President-elect Joe BidenJoe Biden46 percent of voters say Trump should concede immediately: poll Michigan county reverses course, votes unanimously to certify election results GOP senator: Trump shouldn’t fire top cybersecurity official MORE is eyeing the departments of Agriculture and Transportation as key partners for achieving his climate goals, exciting progressives by broadening efforts beyond traditional environmental agencies.
Biden’s climate plan calls for harnessing the power of agriculture to capture and store carbon while innovating to reduce its own footprint. In the transportation sector, he’s called for a massive investment in transit and elective vehicle infrastructure to reduce reliance on gas-powered vehicles.
But some of Biden’s potential picks are already generating concern from left-leaning interest groups, particularly those that want the incoming administration to surpass former President Obama’s accomplishments by using the full force of the federal government to tackle climate change.
Among those considered to lead the Department of Agriculture (USDA) are former Sen. Heidi Keitkamp (D-N.D.) and Rep. Marcia FudgeMarcia Louise FudgeFive actions Biden should take to build a more humane food system Race for House ag chair heats up OVERNIGHT ENERGY: Republicans in campaign mode for top spots on House environmental committees | Peterson loss prompts scramble for House Agriculture chair MORE (D-Ohio.).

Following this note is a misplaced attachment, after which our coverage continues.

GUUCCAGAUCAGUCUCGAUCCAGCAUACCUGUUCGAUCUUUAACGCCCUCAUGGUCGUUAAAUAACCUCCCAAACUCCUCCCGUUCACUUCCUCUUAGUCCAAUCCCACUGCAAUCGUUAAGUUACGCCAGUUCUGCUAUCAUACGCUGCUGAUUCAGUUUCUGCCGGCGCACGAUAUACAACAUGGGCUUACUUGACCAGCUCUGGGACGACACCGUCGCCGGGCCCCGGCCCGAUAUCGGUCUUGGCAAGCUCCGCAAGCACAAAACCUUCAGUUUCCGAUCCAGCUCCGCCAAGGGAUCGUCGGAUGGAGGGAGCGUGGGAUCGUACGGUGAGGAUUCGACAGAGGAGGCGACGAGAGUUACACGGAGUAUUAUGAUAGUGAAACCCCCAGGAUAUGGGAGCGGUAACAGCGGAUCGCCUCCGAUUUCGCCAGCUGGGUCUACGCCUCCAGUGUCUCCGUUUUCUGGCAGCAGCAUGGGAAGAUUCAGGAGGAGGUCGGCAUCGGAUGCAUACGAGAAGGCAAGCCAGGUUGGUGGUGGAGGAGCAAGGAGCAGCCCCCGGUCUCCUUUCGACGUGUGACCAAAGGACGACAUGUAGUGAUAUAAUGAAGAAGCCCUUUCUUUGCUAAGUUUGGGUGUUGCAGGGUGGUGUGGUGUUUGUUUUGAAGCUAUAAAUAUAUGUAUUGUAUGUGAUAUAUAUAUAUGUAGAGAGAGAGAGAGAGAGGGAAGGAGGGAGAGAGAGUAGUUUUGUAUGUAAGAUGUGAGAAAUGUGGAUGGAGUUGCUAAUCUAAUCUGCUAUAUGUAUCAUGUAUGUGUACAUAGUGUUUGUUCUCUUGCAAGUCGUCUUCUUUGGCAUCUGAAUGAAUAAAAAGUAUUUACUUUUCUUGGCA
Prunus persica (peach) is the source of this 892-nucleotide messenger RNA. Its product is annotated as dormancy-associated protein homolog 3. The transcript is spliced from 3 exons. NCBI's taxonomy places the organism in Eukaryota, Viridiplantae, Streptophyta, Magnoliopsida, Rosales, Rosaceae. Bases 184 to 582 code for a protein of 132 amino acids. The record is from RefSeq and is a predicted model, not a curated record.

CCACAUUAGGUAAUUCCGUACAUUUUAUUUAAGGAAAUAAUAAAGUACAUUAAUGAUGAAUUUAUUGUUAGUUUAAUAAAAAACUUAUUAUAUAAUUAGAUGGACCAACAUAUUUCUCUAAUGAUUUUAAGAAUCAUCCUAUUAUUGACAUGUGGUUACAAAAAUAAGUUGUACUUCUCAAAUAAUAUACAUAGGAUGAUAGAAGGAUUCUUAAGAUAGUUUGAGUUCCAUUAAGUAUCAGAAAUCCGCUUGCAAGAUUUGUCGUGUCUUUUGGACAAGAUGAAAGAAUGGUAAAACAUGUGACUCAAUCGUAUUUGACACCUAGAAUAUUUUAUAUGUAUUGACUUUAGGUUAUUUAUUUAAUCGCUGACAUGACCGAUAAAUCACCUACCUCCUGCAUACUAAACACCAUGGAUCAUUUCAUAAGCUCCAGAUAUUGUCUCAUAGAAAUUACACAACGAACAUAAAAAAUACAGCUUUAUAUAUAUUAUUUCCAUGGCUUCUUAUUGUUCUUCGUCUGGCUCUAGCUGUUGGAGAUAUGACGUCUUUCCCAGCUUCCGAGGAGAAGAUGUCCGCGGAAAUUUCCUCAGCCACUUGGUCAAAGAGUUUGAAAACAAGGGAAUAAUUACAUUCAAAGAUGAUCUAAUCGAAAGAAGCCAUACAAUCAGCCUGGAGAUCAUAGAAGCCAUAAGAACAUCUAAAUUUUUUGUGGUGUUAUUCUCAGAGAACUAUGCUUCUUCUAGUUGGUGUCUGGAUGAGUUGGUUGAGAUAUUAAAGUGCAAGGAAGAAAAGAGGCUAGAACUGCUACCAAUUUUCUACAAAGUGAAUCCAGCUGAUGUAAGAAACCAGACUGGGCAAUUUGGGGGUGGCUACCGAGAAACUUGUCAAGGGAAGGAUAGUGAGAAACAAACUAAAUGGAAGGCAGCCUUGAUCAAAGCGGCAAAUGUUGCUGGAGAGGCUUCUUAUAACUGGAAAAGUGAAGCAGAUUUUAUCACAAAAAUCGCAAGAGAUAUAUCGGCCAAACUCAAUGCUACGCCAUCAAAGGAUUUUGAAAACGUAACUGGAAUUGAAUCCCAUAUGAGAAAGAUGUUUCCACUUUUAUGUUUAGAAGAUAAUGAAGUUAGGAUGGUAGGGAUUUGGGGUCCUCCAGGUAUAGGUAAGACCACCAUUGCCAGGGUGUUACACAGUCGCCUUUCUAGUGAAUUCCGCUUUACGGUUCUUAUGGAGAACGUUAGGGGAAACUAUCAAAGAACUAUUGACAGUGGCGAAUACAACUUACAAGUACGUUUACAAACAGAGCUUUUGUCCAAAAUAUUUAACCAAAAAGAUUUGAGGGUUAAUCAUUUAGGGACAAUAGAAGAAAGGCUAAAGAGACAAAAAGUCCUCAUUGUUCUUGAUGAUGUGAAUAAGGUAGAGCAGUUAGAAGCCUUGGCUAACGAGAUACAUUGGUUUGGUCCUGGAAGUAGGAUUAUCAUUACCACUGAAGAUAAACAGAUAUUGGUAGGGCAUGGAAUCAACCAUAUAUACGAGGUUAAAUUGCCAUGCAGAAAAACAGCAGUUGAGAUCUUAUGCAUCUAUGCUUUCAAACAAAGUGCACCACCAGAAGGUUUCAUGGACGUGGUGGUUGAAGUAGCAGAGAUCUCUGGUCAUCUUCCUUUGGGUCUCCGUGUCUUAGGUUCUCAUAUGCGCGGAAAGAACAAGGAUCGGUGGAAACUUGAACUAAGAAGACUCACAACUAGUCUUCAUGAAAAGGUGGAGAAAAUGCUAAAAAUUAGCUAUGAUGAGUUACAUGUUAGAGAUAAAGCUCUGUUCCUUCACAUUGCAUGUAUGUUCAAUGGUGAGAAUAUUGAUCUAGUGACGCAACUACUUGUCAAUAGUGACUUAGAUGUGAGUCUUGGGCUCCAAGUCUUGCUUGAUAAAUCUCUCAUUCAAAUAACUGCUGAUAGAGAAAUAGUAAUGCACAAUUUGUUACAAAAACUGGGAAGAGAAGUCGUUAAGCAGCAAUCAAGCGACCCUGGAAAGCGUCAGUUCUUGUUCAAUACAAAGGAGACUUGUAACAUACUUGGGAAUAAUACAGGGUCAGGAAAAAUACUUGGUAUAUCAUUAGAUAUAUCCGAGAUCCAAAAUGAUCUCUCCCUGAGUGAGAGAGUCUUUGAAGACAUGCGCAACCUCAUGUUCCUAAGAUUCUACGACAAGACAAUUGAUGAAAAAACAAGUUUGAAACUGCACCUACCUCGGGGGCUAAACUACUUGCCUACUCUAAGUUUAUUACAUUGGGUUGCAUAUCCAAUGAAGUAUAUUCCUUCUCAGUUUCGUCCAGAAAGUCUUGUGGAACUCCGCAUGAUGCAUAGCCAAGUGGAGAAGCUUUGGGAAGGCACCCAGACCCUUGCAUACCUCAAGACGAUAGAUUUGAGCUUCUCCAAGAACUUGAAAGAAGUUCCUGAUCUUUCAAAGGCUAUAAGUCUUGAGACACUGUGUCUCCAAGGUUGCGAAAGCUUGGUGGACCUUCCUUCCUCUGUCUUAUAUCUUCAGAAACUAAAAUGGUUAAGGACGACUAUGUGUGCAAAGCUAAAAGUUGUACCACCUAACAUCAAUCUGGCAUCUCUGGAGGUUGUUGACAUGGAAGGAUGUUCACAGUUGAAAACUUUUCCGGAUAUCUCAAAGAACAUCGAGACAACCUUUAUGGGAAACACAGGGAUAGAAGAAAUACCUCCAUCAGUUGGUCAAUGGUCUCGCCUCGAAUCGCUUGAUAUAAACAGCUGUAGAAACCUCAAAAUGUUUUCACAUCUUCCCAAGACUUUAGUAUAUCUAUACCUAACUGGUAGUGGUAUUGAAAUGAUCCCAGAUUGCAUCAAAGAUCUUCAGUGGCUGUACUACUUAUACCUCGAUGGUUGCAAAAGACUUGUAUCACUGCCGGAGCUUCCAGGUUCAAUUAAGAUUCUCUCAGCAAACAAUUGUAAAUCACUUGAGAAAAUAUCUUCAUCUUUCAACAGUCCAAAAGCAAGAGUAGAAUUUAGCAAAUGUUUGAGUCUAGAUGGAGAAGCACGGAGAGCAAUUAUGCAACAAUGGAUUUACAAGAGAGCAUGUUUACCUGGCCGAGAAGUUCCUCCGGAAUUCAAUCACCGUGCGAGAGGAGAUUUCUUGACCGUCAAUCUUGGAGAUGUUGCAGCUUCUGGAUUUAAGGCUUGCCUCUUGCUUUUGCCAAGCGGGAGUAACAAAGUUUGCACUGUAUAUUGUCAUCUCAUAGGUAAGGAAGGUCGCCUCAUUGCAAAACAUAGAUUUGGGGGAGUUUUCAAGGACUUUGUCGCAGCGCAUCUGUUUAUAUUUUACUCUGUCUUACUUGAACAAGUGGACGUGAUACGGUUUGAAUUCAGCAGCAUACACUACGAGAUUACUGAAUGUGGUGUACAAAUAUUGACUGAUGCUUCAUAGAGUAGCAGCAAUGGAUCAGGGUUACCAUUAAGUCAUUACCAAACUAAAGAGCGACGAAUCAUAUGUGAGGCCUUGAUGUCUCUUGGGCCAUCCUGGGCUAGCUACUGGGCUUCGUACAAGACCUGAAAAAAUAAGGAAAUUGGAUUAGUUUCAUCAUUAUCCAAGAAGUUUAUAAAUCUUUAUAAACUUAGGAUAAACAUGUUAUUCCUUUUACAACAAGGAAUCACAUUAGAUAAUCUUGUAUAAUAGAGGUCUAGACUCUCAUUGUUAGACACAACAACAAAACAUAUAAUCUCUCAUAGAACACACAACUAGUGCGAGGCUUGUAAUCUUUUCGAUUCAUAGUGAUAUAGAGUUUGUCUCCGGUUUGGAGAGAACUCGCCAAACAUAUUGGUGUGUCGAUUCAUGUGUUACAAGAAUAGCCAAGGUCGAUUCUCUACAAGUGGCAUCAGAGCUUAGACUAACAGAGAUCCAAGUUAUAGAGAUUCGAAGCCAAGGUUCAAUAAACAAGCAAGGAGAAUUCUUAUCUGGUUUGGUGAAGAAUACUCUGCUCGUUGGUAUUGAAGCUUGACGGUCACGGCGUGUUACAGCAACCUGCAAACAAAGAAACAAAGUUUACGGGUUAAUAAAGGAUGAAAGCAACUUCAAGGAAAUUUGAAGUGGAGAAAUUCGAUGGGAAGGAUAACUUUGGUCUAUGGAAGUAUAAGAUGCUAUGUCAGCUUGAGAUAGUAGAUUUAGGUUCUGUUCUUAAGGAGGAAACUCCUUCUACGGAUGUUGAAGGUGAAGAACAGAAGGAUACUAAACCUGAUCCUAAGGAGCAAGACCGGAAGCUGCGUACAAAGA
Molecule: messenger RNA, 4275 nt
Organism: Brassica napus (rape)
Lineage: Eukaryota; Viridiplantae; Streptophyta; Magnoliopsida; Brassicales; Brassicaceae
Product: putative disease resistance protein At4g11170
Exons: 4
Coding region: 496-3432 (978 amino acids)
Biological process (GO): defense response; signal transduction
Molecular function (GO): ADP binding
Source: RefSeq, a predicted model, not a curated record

Fudge has been openly campaigning for the job, telling Politico earlier this month that she’s been “very, very loyal to the ticket” and encouraging the Biden administration to place Black leaders in roles beyond traditional posts like Housing and Urban Development secretary.
Heitkamp has been more circumspect but didn’t rule out interest. After losing reelection in 2018 after only one term, she formed the One Country Fund, a political action committee that seeks to bolster Democratic prospects in rural America, an area where Democrats have struggled to make inroads.
“Joe Biden has the opportunity to put together a Cabinet that reflects all parts of America, and I know what decision he makes is going to be the right one,” Heitkamp told The Hill.
“We all have to make America unified to work again, so I’m very, very excited about Joe Biden as our next president of the United States and for Kamala HarrisKamala HarrisOn The Money: Trump’s controversial Fed nominee stalled | Economists warn of lag time between vaccine and recovery | Business group calls for national mask mandate, COVID-19 relief Biden, Harris briefed by national security experts amid transition obstacles Graham becomes center of Georgia storm MORE as our next vice president.”
Heitkamp’s government record before coming to Congress included defending North Dakota’s anti-corporate agriculture law as state attorney general in the 1990s. In Washington, she served on the Senate Agriculture Committee.
But her potential nomination for Agriculture secretary is already facing resistance from a host of left-leaning environmental and farmworker groups, hitting the former senator for her moderate voting record, acceptance of campaign contributions from large agribusiness and her overall environmental record.
More than 130 groups, including Friends of the Earth and Farmworker Justice, sent a letter to the Biden